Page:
Agreement signed for the promotion of cruise ship tourism in the Caribbean

Mexico, Belize, El Salvador, Guatemala, Honduras, Nicaragua and Costa Rica have signed an agreement to carry out joint strategic advertisement.

Tuesday, September 16, 2008

The Tourism Secretary of Mexico, Rodolfo Elizondo, indicated that with this agreement they are setting the foundation for consultations that will allow the various governments to have better information, carry out investigations, issue recommendation and foster the harmonious development of the tourism industry.
Reports clearly show that some Caribbean countries have expressed their interest in the participating in the agreement which may be expanded to include most of the islands for which cruise ship tourism is one the main economic pillars.

More on this topic

Panama and Aruba Boost Cruise Tourism

May 2013

The Chamber of Tourism of Panama and the Aruba Tourism Authority have signed a memorandum of understanding in order to boost cruise tourism in both countries.

According to the Chamber of Tourism of Panama (CAMTUR), the idea is to foster Caribbean cruises, especially in the low seasons.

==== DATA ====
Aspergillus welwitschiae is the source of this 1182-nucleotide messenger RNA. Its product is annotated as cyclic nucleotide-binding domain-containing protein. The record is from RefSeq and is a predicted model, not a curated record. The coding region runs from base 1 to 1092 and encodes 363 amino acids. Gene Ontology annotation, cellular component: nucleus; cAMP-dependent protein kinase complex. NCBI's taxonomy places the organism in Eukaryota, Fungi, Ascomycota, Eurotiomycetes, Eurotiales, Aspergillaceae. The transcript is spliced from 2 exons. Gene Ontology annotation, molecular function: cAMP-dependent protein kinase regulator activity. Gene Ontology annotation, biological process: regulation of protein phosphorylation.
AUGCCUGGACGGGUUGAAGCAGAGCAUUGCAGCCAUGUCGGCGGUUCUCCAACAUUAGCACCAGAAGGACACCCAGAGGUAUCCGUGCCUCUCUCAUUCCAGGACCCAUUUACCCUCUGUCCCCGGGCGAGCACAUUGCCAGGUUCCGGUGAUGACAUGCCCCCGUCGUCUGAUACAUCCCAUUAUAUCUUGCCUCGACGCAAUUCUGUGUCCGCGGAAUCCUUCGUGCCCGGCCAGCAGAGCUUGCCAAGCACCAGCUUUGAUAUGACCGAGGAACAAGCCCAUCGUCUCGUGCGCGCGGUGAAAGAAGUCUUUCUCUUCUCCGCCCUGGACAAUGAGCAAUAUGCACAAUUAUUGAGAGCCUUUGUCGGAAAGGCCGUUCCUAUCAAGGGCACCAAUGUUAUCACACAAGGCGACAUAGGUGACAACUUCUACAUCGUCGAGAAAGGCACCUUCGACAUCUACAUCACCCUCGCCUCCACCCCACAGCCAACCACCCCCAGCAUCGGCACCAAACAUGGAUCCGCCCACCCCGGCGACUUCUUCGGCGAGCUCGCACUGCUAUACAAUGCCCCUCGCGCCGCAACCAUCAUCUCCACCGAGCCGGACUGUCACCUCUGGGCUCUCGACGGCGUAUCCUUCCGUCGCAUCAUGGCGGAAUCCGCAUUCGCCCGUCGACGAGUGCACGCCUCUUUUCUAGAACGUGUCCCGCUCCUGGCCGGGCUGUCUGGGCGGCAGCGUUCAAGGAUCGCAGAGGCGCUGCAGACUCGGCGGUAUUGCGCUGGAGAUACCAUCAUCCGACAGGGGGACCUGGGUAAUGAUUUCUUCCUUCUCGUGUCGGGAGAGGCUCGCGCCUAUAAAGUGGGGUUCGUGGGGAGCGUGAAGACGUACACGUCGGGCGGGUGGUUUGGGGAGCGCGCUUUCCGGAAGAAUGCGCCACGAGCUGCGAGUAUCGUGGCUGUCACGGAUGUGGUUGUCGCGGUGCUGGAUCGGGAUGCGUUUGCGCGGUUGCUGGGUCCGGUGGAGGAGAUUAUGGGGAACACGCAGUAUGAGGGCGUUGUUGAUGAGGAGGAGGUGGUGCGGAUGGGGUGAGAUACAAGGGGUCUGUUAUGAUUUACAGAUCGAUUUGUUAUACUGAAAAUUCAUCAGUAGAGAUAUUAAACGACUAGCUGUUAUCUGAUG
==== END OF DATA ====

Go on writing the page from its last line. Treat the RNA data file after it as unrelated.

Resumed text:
Colon Consolidated as Cruise Port

January 2013

The vessels using the Port of Colon in the Panamanian Caribbean as a home port usually sail with an occupancy of between 90 and 100%.

According to an article in, "For the third year running, two cruise ships are operating from the port of Colón 2000 on the Atlantic coast.

Nicaragua Encourages Cruise Tourism

September 2012

The Nicaraguan Institute of Tourism and the Cruise Association of Florida and the Caribbean have signed an agreement to promote the arrival of cruise ships to the shores of the country.

As part of the agreement, Nicaragua will pay a fee for each cruise passenger who disembarks on Nicaraguan soil.

Belize Guatemala agreement to foster trade

December 2008

Greater attraction of investments, possible joint petroleum development are some of the economic benefits that both countries was get by settling their territorial dispute.

This was confirmed by an investigation carried out by the Intelligence Unit of the British magazine, The Economist, at the request of the Ministry of Foreign Affairs of the UK, that was obtained by the Prensa Libre.

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